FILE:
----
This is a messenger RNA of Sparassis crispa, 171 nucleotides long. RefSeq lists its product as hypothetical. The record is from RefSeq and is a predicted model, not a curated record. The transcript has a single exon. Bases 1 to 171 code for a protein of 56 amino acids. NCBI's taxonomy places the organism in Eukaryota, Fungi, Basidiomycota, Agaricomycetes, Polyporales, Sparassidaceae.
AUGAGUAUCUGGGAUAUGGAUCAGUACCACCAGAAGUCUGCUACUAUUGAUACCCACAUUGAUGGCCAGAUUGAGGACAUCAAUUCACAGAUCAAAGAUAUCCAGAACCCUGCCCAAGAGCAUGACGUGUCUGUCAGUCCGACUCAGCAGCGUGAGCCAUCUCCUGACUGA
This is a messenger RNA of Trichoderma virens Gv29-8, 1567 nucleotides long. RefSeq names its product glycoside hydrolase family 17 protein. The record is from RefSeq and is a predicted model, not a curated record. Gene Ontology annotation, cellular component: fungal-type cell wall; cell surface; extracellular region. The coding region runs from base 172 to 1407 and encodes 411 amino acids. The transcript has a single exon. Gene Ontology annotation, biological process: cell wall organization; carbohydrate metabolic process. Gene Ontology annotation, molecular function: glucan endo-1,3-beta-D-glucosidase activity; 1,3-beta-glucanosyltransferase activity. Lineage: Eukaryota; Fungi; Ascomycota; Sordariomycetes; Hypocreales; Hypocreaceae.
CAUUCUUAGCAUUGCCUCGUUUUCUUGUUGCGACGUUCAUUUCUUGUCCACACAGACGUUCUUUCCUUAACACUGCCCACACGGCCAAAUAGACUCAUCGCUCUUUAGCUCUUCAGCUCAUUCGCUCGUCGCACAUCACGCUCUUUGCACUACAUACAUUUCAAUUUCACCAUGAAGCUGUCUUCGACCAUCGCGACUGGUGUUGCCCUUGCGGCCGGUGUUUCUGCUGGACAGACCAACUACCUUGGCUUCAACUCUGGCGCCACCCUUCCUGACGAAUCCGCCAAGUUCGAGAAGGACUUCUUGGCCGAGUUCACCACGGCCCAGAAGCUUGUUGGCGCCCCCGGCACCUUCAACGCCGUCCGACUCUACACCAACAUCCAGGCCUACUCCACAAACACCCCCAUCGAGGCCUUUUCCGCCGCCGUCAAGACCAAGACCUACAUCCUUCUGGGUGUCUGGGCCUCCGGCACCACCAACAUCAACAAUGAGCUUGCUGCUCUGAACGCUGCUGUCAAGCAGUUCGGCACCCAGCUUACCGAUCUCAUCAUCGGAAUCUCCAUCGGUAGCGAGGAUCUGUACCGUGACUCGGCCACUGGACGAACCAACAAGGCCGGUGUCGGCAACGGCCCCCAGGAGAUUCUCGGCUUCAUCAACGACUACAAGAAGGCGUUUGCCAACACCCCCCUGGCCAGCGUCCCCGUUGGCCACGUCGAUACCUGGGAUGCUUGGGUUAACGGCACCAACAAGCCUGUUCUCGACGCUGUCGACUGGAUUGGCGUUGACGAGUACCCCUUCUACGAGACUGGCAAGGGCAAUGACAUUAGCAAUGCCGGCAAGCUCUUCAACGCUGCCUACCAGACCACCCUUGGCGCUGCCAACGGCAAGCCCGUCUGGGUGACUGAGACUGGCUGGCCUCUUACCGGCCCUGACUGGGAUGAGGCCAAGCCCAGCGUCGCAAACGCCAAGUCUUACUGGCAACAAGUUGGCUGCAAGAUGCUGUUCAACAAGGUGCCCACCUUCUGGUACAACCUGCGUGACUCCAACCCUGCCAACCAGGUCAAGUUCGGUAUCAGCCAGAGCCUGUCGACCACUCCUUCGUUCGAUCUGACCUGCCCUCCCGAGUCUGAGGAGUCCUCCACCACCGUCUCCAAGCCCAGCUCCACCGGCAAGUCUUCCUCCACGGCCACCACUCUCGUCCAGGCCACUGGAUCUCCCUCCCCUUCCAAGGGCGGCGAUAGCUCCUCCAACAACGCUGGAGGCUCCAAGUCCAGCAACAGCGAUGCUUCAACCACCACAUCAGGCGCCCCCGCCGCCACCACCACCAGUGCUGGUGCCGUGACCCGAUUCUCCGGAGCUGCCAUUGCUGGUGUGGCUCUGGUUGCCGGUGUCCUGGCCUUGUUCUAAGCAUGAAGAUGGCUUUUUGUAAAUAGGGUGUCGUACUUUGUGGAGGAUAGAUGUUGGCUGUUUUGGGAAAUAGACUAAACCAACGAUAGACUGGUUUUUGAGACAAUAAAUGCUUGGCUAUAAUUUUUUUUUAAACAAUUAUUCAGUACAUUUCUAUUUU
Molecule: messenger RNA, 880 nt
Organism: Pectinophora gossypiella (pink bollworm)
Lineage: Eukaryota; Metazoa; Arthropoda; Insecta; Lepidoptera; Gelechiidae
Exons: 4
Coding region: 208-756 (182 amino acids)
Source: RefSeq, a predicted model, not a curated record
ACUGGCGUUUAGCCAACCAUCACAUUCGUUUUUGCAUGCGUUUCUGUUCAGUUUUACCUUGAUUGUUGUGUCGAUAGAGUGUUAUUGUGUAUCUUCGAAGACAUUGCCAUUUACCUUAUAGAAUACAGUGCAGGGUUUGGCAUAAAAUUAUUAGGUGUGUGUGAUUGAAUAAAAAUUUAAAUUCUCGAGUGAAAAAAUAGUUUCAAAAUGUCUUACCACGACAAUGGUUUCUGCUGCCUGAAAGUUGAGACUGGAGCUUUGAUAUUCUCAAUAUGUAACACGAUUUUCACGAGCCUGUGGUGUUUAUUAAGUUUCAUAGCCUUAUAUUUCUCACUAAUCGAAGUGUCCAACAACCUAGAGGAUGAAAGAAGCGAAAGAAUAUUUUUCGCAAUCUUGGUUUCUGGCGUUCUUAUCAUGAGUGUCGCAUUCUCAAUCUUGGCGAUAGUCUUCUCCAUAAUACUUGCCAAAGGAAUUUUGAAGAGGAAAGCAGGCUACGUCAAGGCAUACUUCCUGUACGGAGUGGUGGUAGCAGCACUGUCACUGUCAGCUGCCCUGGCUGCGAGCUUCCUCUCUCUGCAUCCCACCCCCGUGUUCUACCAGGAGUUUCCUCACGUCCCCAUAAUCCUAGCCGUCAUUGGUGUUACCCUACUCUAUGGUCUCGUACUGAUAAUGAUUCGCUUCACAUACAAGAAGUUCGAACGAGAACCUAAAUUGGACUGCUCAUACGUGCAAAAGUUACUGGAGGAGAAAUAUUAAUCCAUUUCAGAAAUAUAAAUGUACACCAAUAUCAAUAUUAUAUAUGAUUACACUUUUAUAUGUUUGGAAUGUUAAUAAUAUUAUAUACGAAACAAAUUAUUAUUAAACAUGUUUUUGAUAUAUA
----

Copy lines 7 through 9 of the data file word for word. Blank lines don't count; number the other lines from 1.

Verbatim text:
Lineage: Eukaryota; Metazoa; Arthropoda; Insecta; Lepidoptera; Gelechiidae
Exons: 4
Coding region: 208-756 (182 amino acids)